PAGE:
Furthermore, a huge reason there are so many incidents involving police officers exercising excessive force or being downright brutal is, I believe, that many officers, after training, before they have any experience handling criminals via the jail system, they are immediately assigned to the streets as patrolman. In many police academies and departments across the nation this is an error–a huge one.
How can someone who has never patrolled a criminal, be given a weapon, and assigned to protect an area, for which, many times, he has no background in? Nor is he even an active member of the culture. Before any police officer is allowed to patrol the streets, it is appropriate, that they spend, at the very least, two years as a correctional deputy.
Spending time in the corrections arena will help season the potential street officer. It will assist in helping train their security tempermant. If an officer is well experienced in dealing with offenders while they themselves have not a duty weapon, then perhaps, when they do patrol the streets, they will summon more peaceful, practical techniques when dealing with offenders.
When I speak of peaceful and practical techniques, I am referring to techniques learned by correctional officers which allow them to avoid uses of force. Use of force, in many of the correctional facilities across the nation, are in most cases, the last resort to an ongoing, seemingly impossible situation.
In jails, most of the time, its talk down, before take down. In simpler lingo, correctional officers are talented negotiators; they have the trained instinct of appealing to the emotions of the offender in order to receive, in turn, some kind of cooperation. And most of the time this appeal to the offenders emotion, is only possible because of the relationship-quality that is exclusive for correctional deputies.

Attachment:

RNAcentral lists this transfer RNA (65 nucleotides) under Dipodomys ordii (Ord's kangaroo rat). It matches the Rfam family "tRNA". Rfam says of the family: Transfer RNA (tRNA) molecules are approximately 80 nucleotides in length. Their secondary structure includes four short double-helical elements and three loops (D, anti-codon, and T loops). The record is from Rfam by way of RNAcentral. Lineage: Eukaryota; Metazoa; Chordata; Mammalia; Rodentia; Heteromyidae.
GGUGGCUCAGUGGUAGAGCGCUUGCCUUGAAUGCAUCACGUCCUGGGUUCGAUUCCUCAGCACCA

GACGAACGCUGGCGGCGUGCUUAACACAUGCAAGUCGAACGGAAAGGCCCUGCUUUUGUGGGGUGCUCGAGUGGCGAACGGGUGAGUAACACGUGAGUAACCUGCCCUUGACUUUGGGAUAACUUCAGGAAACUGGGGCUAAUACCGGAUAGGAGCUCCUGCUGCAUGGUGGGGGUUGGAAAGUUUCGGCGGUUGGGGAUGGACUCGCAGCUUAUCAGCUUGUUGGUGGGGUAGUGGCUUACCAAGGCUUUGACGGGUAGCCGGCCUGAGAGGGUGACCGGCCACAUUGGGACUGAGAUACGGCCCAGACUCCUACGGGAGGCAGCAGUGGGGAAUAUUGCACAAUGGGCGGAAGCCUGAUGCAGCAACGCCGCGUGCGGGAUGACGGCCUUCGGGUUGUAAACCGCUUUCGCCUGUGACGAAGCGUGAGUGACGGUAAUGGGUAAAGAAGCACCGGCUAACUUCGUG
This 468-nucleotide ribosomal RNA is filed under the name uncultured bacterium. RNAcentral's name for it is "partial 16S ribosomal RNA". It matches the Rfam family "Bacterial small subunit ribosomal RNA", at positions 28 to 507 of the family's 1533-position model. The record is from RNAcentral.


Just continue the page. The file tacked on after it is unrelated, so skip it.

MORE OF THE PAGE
What better method to increase the effiencency of our police departments than to require before any officer steps foot on the street, they must spend time on the jail floors–amongst the subjects they will inevitably encounter?
When a person is physically sick, they admit themselves to a hospital. There, they will be miserable, of course, laying all their time away on a hospital bed. Nothing can be done for themselves; the food eaten by them was not chosen by them; and the nurse cares for them like a mother would a child.
When a person is mentally sick, they are admitted to a mental health treatment center. And here, they will, like the physically sick, undergo a similar experience. Their food, their movement, all of this is regulated by someone other than themselves. In these two cases, we have a physically sick person and a mentally sick one, but both of their destinies are, somewhat, the same.
But, there is a third sickness that has yet to be mentioned. This sickness concerns those who are morally conscious. People who wind up in jail are people who, in some way, have acquired a moral sickness, an ethical sickness.
Thus, much like the physical sick person who needs the nurse for everything, the mentally sick person who is no longer morally consious, and needs the behavior specialist for everything, the ethically sick person knows, more or less, the difference between right and wrong, and selects the latter.
And much of the time, the morally sick person winds up in a similar situation as the physically and mentally sick. The only difference is that their facilities are not hospitals or mental health centers, but jails and penitentuarys. And their care-takers are not nurses or behavioral specialist, but they are correctional deputies. These are men and women, the forgotten warriors of the streets. They are the doctors, the nurses, for the ethically sick.
It is only right, only fair that their salary reflect all of the hard work and sacrifice they endure, every single day.